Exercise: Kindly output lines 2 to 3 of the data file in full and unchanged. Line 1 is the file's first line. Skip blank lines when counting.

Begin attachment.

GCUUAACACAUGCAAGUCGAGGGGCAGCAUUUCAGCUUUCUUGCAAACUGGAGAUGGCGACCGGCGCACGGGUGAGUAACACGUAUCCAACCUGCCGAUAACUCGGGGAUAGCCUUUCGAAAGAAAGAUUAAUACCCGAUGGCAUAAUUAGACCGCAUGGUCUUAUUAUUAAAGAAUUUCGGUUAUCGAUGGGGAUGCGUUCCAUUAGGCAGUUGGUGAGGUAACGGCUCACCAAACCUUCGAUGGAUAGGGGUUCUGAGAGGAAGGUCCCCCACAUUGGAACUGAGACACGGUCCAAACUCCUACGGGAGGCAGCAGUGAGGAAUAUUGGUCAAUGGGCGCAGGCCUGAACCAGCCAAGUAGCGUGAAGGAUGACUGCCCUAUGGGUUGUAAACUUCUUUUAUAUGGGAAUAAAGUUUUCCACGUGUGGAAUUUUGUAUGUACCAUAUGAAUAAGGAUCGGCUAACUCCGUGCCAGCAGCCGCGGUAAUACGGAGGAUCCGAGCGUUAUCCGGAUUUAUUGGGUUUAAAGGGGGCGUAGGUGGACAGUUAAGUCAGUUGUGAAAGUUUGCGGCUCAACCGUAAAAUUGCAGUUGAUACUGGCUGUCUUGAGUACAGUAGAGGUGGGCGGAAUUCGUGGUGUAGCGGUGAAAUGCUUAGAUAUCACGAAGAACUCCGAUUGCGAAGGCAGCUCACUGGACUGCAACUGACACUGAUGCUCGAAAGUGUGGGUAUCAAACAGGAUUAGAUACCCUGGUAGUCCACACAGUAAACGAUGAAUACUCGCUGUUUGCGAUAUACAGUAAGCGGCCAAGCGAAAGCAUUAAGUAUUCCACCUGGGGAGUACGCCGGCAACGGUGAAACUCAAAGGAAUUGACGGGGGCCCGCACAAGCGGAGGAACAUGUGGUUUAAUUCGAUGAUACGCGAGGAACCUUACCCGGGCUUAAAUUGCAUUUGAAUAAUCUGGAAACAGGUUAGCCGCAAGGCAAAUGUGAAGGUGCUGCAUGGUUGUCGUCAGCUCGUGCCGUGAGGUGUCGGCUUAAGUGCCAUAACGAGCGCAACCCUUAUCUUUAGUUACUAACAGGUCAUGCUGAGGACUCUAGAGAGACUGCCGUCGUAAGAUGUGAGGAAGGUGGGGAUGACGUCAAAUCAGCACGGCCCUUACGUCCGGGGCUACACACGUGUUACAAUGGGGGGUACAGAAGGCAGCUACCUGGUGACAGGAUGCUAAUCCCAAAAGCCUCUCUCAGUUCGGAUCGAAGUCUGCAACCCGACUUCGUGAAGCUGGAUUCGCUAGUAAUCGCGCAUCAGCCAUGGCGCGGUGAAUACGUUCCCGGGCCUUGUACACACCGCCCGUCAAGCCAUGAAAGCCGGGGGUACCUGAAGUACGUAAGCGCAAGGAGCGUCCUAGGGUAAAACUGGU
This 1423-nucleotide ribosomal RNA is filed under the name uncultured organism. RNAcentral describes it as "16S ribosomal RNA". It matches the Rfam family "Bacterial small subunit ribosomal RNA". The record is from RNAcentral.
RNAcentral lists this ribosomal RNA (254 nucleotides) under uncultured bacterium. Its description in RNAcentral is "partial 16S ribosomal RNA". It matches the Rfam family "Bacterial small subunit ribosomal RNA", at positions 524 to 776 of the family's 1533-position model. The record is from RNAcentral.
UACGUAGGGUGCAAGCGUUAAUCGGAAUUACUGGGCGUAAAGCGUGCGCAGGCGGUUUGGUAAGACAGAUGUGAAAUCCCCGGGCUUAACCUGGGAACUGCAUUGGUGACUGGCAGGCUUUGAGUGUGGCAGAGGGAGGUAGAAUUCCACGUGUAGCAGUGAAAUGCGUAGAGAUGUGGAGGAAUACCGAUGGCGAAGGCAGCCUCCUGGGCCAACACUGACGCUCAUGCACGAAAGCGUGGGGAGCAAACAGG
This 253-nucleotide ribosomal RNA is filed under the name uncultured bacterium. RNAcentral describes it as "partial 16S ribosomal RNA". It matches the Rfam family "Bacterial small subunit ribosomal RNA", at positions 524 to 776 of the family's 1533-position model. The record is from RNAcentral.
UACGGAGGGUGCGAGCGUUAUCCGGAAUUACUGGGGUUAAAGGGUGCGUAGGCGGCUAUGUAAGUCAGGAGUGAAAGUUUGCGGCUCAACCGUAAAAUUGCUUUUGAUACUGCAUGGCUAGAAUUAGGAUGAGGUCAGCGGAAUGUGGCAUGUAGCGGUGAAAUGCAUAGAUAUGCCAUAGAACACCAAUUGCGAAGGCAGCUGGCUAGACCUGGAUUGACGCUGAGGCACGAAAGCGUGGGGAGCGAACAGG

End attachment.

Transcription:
This 1423-nucleotide ribosomal RNA is filed under the name uncultured organism. RNAcentral describes it as "16S ribosomal RNA". It matches the Rfam family "Bacterial small subunit ribosomal RNA". The record is from RNAcentral.
RNAcentral lists this ribosomal RNA (254 nucleotides) under uncultured bacterium. Its description in RNAcentral is "partial 16S ribosomal RNA". It matches the Rfam family "Bacterial small subunit ribosomal RNA", at positions 524 to 776 of the family's 1533-position model. The record is from RNAcentral.